The third, and perhaps the most permeating one, is the collapse of the Bulgarian Dream. A Bulgarian dream? Yup, you've read that right. It was not unlike the much more famous American Dream, obviously in local standards and dimensions. In essence, it came down to your success being guaranteed if you did the right things at the right time. You went to a good school. Then you were conscripted in the Warsaw Pact People's Army. You believed the Americans and their proxy, the Turks, would attack any minute. Then you went on to university. You were an exemplary member of the Komsomol, the Bulgarian Communist Party youth branch. You went on those brigades every summer and autumn. When you graduated as an engineer or a doctor or a teacher you would be "distributed" to a village or a small town to work for several years. Your post-grad employment was not only guaranteed, it was obligatory! By that time you had already become a member of the Communist Party and started attending its long, vacuous meetings. You got married and stopped paying the "bachelor tax" (young people in Communist Bulgaria had to pay a tax for if they were unmarried). In a few years' time it would be your turn to buy a Lada or a Moskvich. If you were lucky, or if you were a particularly conscientious Party member, you might even get an apartment. That would be your ultimate success in Communist Bulgaria. It had all been lined up for you.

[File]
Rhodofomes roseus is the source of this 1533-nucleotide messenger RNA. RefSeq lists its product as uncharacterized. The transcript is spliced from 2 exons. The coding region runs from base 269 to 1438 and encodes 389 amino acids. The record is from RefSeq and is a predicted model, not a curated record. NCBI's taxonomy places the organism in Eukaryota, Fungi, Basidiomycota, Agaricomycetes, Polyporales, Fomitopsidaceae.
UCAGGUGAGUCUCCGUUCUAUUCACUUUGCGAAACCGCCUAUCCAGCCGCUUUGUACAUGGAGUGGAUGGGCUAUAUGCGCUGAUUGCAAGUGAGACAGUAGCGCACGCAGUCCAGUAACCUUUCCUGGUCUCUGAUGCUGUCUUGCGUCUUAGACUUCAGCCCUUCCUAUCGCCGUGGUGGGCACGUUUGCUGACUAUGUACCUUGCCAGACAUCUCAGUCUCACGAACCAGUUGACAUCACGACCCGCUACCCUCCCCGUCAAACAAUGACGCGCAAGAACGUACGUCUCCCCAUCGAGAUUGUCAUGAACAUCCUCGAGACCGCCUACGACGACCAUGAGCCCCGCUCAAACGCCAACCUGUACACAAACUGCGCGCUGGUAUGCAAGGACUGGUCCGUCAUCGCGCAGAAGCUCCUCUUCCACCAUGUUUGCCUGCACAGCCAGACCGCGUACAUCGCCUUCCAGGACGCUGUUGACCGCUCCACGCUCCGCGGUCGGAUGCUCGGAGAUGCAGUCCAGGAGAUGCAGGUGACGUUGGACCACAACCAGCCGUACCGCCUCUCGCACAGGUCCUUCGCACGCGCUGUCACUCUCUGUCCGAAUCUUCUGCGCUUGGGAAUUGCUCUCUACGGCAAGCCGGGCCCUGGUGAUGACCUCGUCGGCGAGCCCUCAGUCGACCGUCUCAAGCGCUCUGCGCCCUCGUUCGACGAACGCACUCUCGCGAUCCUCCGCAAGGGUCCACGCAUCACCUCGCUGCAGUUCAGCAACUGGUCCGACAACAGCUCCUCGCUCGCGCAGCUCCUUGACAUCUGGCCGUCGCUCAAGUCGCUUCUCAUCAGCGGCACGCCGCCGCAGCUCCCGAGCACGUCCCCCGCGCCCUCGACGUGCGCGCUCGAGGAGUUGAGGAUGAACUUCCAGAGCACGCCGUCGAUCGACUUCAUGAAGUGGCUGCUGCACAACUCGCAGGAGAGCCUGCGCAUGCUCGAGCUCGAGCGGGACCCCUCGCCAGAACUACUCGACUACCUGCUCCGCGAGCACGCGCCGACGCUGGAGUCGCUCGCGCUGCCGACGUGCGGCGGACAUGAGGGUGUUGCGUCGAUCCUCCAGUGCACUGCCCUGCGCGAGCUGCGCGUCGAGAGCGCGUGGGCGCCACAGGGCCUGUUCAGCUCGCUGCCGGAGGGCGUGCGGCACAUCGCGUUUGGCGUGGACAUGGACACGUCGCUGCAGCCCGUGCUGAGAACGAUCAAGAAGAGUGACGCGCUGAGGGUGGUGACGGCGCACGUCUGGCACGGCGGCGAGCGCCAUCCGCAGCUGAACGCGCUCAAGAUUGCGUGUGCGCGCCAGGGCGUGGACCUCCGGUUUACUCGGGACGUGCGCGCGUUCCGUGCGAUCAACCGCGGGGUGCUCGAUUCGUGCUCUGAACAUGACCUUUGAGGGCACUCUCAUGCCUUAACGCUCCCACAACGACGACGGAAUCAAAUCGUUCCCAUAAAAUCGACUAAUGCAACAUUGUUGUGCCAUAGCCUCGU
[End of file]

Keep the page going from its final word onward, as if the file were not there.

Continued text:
Nothing of the sort is conceivable in post-1989 Bulgaria. A dozen governments of various shades and hues did make promises of various magnitude, but it soon turned out they were unable or unwilling to keep them. What they did persistently was change the rules all the time, sometimes at short or no notice. What had been white once was now black, and vice versa. If you are a wage earner, you can hardly make ends meet – especially at these electricity prices. Your parents can no longer help you because they themselves have to live on a pittance the government calls "pension." Your kids' only dream is to get away as fast as possible, never to return – not very difficult now Bulgarians can travel freely because they are equipped with EU passports. Your identity crisis has intensified. Miss your Bulgarian Dream already? The abovementioned cunning politicians have made good use of it. Remember: Kostadin "Kostya Kopeykin" Kostadinov's Revival party got many of its votes not in the derelict and depopulated villages or rundown small towns in the northeast. Bulgarians with voting rights in Chicago and London preferred to trust his unabashed populism rather than the self-proclaimed rightwing, pro-Western intellectuals of Democratic Bulgaria. They want Bulgaria out of both NATO and the EU. They want North Macedonia to become a province of Bulgaria. They adore Putin. And possibly because of nostalgia for the not-so-distant past, they want the pro-Western intellectuals to be sent to labour camps.